Sounds good to me, Matt. Pre-death obits are, after all, a time-saving device in the age of instant communication. The only problem with keeping them loaded and cocked in your computer is the danger of releasing them too soon, as when the reports would be, in Mark Twain style, exagerrated. I remember an instance in which the death of the mother of a church bureaucrat was prematurely reported, requiring a retraction reporting she was no longer dead. Sure, the story has a familiar ring to it, but no one in the church expects to see it more than once.

In the halcyon days of typewriters and mimeographed press releases, time seemed to move slower and the risk of premature obits was not as great. On the contrary, sometimes days and weeks passed before the obit saw the light of day.

In the fall of 1972, former President Harry Truman -- a Baptist -- lay dying. My editor in the American Baptist Division of Communication, Dr. Frank Sharp, asked me to write an obituary of the former president that quoted notable Baptists. It seemed as if Mr. Truman's passing was imminent so I acted quickly. I called Harold Stassen, a prominent American Baptist who had once been a serious contender for Mr. Truman's job. Mr. Stassen immediately agreed and the next day I received a nice tribute written in Stassen's own hand on lined yellow paper. I typed the quote into the story and waited. And waited.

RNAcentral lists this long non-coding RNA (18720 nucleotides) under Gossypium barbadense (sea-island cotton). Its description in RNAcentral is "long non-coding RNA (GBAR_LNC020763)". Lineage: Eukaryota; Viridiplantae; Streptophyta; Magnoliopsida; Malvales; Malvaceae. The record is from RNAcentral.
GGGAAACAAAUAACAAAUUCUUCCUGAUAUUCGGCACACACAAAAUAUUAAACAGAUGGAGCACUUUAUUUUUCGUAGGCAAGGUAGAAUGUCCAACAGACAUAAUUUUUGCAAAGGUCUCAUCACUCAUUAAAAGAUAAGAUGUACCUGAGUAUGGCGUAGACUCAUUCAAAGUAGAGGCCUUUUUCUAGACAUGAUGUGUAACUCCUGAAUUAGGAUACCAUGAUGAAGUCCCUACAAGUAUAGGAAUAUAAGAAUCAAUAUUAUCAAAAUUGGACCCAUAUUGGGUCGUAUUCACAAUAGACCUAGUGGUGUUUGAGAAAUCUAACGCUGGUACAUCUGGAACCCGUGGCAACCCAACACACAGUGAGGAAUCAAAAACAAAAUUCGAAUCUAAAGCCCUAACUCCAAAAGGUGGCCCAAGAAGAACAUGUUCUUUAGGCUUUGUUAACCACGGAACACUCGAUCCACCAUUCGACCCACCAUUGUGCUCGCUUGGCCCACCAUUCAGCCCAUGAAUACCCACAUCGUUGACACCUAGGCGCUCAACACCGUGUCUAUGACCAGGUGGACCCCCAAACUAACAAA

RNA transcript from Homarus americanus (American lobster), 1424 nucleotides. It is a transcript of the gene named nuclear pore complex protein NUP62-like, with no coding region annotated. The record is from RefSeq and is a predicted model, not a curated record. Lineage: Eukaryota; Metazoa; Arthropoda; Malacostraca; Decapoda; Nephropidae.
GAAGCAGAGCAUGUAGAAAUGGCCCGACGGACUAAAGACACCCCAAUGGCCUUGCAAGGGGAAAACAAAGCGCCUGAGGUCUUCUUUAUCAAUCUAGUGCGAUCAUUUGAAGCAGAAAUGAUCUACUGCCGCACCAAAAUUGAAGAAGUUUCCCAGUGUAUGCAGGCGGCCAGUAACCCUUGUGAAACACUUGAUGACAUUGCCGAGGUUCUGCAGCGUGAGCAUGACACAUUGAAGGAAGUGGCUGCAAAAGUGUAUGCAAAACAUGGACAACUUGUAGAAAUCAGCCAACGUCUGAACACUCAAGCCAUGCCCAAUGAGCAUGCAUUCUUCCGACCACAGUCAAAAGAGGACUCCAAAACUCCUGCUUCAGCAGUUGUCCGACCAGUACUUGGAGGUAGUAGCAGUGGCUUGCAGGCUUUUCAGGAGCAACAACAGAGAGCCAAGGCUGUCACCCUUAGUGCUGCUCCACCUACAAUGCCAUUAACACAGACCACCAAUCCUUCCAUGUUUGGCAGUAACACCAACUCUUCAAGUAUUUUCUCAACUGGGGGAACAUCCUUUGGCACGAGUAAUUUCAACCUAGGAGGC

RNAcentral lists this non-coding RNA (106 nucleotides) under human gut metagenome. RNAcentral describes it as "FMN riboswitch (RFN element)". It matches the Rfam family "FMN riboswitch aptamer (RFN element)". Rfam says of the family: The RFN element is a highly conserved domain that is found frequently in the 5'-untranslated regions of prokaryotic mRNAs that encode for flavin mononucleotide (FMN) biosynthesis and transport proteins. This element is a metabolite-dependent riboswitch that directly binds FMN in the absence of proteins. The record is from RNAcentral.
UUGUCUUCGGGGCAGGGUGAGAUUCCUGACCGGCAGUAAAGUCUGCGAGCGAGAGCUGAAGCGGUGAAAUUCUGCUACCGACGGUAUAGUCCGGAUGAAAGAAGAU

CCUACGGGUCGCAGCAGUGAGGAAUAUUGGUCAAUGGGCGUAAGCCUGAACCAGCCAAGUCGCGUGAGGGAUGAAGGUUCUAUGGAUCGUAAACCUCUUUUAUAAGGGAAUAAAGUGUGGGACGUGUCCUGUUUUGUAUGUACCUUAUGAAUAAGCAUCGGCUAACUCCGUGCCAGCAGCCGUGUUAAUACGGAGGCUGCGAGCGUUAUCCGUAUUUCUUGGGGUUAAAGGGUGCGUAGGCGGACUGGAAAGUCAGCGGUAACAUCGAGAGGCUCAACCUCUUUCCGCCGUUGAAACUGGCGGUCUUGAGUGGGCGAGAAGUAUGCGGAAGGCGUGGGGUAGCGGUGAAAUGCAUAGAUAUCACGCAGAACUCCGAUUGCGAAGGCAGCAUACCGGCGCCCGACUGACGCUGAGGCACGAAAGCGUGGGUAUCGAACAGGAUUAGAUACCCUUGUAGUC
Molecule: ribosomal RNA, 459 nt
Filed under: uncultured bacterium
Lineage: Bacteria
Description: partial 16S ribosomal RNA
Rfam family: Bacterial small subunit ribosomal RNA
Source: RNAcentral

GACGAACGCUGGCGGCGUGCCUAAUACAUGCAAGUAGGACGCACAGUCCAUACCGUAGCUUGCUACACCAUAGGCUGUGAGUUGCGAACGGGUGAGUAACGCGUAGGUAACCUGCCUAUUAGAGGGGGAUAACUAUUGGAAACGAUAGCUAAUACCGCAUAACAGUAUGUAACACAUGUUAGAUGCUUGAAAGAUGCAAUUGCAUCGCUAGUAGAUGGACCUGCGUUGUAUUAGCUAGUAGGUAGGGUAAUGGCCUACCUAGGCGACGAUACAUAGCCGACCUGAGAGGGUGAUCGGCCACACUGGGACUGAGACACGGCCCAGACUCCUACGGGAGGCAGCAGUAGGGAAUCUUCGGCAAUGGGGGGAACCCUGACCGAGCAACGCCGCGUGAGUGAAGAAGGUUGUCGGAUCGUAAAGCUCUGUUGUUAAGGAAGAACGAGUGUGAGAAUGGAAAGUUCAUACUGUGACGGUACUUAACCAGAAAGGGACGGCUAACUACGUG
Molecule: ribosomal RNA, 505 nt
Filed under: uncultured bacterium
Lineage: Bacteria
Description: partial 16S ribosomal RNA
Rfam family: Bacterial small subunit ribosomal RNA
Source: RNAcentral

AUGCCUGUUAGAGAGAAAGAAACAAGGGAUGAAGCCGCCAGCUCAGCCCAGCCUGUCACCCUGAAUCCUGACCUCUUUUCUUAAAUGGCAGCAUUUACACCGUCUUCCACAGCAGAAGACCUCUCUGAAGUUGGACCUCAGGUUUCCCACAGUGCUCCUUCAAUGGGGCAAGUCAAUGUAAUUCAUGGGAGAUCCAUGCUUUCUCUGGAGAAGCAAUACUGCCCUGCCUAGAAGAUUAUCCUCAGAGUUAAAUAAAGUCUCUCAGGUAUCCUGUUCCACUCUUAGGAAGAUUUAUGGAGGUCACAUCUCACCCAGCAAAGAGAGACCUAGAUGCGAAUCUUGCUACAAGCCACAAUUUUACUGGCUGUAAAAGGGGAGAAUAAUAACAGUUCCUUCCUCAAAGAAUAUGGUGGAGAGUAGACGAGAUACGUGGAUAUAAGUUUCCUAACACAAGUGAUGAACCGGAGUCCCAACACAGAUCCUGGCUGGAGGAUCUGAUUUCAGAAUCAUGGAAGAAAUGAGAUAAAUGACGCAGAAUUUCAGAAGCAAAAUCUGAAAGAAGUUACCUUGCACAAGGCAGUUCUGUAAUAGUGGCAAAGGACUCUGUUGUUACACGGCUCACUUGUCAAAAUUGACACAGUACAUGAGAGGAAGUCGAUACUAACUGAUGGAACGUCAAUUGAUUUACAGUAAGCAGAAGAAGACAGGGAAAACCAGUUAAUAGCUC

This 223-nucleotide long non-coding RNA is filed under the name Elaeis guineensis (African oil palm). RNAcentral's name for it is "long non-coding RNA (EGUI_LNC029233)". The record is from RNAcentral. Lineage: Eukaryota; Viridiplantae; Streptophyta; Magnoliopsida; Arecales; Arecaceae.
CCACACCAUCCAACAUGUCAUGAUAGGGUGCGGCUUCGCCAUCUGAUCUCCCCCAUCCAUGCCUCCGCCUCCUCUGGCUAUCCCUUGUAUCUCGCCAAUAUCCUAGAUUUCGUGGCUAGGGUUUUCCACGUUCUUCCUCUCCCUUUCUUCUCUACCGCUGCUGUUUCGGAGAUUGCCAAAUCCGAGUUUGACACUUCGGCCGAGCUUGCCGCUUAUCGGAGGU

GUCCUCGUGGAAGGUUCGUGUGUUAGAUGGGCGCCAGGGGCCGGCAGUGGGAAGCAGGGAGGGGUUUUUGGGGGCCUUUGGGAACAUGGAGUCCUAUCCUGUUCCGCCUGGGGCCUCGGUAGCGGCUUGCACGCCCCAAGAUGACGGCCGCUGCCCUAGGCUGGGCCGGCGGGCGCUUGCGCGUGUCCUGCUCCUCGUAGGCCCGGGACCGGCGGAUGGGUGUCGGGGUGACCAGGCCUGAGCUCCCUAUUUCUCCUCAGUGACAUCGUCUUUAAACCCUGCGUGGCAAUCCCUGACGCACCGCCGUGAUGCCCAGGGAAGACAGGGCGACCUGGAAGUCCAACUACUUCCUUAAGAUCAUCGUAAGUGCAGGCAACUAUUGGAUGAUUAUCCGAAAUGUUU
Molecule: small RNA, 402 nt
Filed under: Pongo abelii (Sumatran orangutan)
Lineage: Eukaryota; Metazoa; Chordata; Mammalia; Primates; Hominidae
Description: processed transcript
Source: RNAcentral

President Truman lingered for weeks and after a while the obituary sank deeper in the pile of papers on my desk. By late December, Truman's illness had disappeared from the papers and we closed the American Baptist offices for Christmas.

I don't remember what I did Christmas Day 1972, but I remember December 26. I was awaked at home by a phone call. The baritone voice that never needed amplification was Stassen's. The New York Times had just called him for a statement.

"Truman's dead," Stassen rumbled. "Where's the darn obit?" (He really said darn. That's the way he talked. He was a Christian gentleman and, besides, his decible level didn't require cussing.)

I drove quickly to the office to pull the obit out of the pile and called the impatient Times obituary editor and read it to him over the phone. Truman's death, of course, made the front page. I don't remember if they quoted Stassen or not. But we tried.